It has always been either one of my worst--or one of my best--characteristics, that throughout my life, every now and again I get a wild hair up my snout and decide to turn my world upside down. This was easier to accomplish when I was younger. In October of 1980, at twenty-two, all my worldly goods could fit into my beige '62 Beetle, Ophelia. Back then I could pack up and drive across the continental US from upstate New York to Berkeley via Phoenix with just a pair of finches in a bamboo cage, strapped into the passenger seat to keep me company.
I look at my travel diary from that trip and wonder if Bert and Louise Stegerman still run the Howard Hughes Motor Lodge in Greenfield, Indiana--but I suspect they don't--and wonder, also, if it is still as difficult to find ladies' sanitary items in the stores of Greenfield as it was on that apparently desperate afternoon nearly thirty-two years ago. I hope it is not.
I later moved to Tucson on a similar whim, started cosmetology school likewise, married a man I met through friends on the internet, started our own business, and, finally, went back to college at age fifty. Did I have a moment's trepidation before doing any of these things? A speck of time and a whiff of insight when I thought, Gee, what if this won't be as easy as I imagine? What if I hate the weather in Tucson, develop asthma because of my years of exposure to the chemicals used in cosmetology, which causes us to have to close our salon, and college in my fifties is rather stressful? (Note there are no doubts about the marriage or the husband.) Would I have done any of these things if I known?
I used to experience what I call Blinding Flashes of the Obvious: those moments when, like Wile E. Coyote, I understand I have stepped over the edge of the cliff, and I look into the camera with a thought bubble that reads, "Uh-oh!" I experienced this my first time snow skiing in high-school, when I realized: "Hey. Wait just one second. Here I am, whizzing down an icy hill with two boards strapped to my feet, and only these sticks with which to control my headlong, precipitous flight." This was just before I plowed face-first through the snow fence at the bottom of the hill, unstrapped and unbuckled myself, and told my friends, "I'll meet you in the lodge when you're finished."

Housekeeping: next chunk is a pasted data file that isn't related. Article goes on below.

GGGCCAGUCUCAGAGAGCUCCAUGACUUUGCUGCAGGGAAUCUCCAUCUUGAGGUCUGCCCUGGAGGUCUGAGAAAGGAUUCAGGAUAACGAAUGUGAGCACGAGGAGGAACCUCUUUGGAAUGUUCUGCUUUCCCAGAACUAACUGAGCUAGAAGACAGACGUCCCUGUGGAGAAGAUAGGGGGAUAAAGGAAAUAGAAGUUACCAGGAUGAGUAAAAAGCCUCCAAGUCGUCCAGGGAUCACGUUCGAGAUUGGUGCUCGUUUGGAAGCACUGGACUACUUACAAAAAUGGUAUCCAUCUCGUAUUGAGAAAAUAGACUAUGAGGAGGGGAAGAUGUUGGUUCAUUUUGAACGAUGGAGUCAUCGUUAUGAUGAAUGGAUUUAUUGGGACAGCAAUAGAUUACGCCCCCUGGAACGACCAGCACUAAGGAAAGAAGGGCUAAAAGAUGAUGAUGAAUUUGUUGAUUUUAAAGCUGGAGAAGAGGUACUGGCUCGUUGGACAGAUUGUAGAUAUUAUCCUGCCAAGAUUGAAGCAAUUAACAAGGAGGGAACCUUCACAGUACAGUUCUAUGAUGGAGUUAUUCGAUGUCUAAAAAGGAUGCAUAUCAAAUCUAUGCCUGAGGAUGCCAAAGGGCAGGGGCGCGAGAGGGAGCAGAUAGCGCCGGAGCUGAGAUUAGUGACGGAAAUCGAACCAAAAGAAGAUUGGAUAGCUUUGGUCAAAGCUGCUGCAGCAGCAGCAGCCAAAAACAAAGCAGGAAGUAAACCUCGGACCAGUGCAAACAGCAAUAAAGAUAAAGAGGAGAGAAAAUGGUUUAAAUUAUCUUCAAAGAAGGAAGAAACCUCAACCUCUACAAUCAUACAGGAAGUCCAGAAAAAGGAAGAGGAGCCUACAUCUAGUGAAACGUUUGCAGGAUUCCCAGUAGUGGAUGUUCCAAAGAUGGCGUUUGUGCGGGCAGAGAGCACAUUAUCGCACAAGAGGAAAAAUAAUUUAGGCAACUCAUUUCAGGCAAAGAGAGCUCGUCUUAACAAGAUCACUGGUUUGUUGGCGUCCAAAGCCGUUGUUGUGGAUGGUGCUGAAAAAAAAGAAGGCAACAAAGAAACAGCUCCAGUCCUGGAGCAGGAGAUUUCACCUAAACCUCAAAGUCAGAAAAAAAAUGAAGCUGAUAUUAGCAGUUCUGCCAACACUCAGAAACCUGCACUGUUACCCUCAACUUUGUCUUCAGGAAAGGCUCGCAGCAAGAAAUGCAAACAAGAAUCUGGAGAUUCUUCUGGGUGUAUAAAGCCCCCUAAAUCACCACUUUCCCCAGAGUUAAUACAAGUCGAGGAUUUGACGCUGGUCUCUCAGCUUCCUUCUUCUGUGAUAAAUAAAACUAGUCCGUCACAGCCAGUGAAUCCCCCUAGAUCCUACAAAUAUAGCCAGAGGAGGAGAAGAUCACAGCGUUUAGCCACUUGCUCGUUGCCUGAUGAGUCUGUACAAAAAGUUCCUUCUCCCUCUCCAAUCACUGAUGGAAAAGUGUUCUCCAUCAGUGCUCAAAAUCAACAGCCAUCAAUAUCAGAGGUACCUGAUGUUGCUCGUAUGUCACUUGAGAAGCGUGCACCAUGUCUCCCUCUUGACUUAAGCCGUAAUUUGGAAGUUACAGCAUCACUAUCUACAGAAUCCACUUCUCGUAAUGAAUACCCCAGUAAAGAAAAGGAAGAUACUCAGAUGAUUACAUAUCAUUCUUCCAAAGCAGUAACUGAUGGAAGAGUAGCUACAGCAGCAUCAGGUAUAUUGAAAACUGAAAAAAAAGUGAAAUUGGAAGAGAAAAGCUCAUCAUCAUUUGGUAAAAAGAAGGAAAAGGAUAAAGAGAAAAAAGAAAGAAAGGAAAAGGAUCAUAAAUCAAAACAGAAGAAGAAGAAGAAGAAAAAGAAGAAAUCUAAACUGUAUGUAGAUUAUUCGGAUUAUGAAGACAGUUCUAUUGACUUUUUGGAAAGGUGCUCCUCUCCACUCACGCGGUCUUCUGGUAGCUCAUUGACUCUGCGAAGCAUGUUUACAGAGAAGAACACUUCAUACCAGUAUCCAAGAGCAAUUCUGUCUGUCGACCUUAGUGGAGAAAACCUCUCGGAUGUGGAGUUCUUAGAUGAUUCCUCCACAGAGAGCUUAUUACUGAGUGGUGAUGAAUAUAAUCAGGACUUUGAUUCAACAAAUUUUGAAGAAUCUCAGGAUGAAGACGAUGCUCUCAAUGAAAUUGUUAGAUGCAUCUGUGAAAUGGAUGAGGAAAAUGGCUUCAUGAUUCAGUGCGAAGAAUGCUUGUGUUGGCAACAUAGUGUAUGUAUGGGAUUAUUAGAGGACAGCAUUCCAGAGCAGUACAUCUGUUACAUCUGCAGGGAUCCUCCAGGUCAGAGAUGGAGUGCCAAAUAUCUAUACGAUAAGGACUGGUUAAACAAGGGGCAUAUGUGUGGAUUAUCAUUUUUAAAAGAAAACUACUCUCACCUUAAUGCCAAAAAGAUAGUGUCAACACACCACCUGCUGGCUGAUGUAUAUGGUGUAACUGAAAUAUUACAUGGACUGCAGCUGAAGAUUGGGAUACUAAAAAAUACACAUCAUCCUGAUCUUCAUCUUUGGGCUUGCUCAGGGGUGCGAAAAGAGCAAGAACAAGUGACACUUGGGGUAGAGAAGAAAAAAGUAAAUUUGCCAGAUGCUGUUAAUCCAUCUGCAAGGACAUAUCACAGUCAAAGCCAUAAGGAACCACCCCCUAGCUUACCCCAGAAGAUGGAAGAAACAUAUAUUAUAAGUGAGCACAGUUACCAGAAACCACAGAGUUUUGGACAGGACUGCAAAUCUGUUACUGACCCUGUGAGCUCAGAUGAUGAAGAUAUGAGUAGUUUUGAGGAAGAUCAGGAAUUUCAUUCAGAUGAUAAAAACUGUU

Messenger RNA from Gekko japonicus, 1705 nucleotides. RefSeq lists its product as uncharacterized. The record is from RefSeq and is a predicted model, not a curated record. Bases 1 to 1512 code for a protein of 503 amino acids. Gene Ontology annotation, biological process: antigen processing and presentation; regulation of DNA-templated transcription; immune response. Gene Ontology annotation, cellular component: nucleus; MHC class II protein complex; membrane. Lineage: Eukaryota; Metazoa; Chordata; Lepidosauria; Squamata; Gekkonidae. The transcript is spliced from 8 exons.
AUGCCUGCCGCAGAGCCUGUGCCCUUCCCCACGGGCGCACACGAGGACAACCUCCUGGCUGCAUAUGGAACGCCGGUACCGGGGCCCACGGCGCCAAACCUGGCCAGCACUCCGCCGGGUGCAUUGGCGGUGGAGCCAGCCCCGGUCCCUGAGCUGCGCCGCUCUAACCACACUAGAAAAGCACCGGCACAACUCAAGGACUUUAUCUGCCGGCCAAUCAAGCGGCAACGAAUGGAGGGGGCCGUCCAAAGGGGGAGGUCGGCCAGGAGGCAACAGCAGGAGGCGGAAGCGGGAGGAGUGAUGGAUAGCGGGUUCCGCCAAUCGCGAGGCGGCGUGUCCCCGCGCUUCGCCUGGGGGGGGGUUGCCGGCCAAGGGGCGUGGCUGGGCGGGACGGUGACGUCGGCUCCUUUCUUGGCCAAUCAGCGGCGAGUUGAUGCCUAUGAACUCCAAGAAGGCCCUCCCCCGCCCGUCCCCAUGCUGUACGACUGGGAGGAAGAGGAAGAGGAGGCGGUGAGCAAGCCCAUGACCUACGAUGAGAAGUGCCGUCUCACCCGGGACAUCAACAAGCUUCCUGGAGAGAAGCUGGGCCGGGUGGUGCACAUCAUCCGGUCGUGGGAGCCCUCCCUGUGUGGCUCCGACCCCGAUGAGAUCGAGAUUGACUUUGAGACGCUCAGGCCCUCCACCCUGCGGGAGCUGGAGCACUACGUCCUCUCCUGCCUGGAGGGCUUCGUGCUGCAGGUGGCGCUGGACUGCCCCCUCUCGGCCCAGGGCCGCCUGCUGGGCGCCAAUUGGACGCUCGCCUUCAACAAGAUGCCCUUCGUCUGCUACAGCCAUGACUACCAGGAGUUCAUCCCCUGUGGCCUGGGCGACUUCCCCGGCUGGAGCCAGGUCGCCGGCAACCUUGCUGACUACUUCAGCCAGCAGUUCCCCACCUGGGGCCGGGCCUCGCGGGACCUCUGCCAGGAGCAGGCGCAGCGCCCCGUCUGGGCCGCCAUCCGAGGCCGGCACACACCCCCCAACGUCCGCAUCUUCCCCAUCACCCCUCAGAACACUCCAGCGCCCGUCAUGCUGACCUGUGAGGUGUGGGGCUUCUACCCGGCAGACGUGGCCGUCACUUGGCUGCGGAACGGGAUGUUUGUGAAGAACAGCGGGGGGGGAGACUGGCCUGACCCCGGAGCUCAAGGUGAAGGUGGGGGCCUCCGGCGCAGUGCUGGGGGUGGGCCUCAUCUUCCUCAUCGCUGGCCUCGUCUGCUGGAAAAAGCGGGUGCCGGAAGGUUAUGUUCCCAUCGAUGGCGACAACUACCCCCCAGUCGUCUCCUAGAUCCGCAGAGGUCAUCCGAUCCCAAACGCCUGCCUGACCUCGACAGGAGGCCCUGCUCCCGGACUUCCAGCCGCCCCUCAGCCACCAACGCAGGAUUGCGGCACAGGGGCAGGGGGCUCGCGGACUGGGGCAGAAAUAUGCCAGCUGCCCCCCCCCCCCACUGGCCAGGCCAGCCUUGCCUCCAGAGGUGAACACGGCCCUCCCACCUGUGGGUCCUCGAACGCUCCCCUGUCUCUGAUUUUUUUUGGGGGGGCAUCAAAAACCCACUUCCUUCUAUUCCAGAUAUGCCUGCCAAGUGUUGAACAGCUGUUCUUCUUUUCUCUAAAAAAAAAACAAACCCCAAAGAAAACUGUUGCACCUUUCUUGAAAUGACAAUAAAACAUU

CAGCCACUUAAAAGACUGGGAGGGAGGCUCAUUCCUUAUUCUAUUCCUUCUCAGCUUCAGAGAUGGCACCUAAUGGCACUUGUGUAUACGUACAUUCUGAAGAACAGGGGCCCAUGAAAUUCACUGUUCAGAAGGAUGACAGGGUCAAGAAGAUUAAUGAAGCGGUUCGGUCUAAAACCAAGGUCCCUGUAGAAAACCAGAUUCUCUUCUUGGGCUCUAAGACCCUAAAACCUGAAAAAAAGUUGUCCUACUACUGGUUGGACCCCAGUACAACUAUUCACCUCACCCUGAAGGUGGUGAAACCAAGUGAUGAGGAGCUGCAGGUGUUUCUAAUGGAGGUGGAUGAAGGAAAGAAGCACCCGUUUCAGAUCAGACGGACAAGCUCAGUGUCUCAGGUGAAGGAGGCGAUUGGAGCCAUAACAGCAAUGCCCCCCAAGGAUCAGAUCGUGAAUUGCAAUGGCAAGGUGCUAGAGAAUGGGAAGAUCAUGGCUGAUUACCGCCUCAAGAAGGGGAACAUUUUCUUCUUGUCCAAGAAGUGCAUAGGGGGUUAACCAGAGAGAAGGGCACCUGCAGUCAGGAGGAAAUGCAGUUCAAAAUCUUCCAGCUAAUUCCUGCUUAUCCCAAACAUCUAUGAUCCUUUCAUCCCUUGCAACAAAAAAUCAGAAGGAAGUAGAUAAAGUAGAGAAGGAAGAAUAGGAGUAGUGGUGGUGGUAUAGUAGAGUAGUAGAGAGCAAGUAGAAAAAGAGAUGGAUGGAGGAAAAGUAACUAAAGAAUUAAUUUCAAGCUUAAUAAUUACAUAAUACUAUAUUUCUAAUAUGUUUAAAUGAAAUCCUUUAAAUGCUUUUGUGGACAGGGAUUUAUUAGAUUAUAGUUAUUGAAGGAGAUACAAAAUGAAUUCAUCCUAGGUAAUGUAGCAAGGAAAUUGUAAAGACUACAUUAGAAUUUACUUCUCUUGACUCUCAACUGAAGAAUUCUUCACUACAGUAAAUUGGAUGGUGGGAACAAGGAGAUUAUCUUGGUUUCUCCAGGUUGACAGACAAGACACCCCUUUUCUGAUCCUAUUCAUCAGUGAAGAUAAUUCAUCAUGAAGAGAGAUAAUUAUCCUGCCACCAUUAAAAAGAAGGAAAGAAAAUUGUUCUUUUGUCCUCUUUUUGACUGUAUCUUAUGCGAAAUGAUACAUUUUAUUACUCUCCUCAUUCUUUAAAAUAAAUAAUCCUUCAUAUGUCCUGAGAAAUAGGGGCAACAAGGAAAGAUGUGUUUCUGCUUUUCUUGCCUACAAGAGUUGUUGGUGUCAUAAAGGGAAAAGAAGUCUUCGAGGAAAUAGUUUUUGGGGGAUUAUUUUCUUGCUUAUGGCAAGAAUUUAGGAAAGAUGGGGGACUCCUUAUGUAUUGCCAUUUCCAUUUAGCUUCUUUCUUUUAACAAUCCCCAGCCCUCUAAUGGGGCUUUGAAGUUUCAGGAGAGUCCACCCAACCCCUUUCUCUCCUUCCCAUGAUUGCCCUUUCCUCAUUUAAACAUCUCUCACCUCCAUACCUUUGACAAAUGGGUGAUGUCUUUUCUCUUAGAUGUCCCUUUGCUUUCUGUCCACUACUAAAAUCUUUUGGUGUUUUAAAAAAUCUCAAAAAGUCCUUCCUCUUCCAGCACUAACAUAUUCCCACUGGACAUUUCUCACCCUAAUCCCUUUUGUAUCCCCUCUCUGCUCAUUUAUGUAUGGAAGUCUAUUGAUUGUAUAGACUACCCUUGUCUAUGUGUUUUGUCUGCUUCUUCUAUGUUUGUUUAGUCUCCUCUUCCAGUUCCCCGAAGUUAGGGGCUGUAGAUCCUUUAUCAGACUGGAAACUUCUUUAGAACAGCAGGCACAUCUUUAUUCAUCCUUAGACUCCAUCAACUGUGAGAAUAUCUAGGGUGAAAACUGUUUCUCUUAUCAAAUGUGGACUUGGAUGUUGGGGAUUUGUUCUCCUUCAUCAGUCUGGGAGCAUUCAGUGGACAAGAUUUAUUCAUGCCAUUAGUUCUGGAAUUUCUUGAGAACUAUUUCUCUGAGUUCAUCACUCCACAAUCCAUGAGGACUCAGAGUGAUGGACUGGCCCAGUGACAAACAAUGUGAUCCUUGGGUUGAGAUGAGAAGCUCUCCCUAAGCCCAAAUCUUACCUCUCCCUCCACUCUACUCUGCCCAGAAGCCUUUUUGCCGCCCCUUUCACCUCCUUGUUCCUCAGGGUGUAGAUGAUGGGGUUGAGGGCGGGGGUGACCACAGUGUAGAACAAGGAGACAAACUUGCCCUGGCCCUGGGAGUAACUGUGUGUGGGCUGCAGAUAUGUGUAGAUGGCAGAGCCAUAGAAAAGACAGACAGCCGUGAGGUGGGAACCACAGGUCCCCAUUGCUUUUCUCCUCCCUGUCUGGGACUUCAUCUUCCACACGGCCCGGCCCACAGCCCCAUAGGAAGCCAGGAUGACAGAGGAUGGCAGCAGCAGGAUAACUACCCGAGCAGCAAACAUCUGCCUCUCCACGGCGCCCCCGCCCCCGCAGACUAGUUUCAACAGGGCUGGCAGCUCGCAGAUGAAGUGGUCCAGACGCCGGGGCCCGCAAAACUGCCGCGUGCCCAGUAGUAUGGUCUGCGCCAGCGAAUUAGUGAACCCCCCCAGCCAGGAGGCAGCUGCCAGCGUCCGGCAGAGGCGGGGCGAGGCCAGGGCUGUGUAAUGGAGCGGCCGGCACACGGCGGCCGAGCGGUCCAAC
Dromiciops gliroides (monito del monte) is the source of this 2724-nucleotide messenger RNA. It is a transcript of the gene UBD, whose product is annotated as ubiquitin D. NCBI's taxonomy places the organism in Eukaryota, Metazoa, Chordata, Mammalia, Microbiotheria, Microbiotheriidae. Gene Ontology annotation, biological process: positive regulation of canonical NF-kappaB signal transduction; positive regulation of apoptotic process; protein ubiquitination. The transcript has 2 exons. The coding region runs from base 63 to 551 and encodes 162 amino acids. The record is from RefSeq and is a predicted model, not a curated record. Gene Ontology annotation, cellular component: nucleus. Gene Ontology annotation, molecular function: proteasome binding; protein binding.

Or the time a few years later, that last, green August before I left New York, when I was water skiing like a pro my first day out, enjoying the summer day, the sunshine, and the wonder of being me, before thinking, "Hey. Wait just one second. Here I am, standing on a board on the surface of a seemingly bottomless, black, cold lake (a lake probably fraught with long-necked reptilian monsters and the decaying bodies of other hapless water skiers of years past). I'm holding onto a rope, the other end of which is attached to a boat driven by an un-sober maniac, and flying across the lake at dangerous speeds." Needless to say, I don't rock-climb, sky-dive, travel by bus in third world countries, or eat ethnic foods.
I thought the sleepless nights and the zombie days of owning our own business had finally taught me not to leap into anything with thoughts of, "What the heck, other people do this all the time!" I thought I realized, at last, that I'm not like those people. I don't have the temperament or the intestinal fortitude to sleep three hours a night and run a Fortune 500 company brilliantly, or do brain surgery, or hold political office. My speed is slow, and usually couch-bound.
Yet here I've done it again. Here my husband and I are, about to set forth on another adventure of my devising. This fall, my penultimate semester in college, we plan to sell nearly everything we have, store the rest, and take off for Norwich, England, where I will do a semester abroad (wait until they see what their exchange has brought them. Do they send two twenty-seven year olds to take my place?) at the University of East Anglia. On the way we will stop in my hometown of Hyde Park, New York, so I can do research for my Honors thesis (oh, yeah, did I mention I thought I should take on an Honors program? Hmmm, I thought not).
Follow our adventures as we make our way east and north, to places where the overnight temperature dips below eighty degrees Fahrenheit, trees are more than overgrown shrubs, rain is not a spectator sport, and the architecture is more than ten years old. I have no clue what will happen. I suspect it won't always be as easy as I thought it would be. But I do know it's going to be an amazing ride.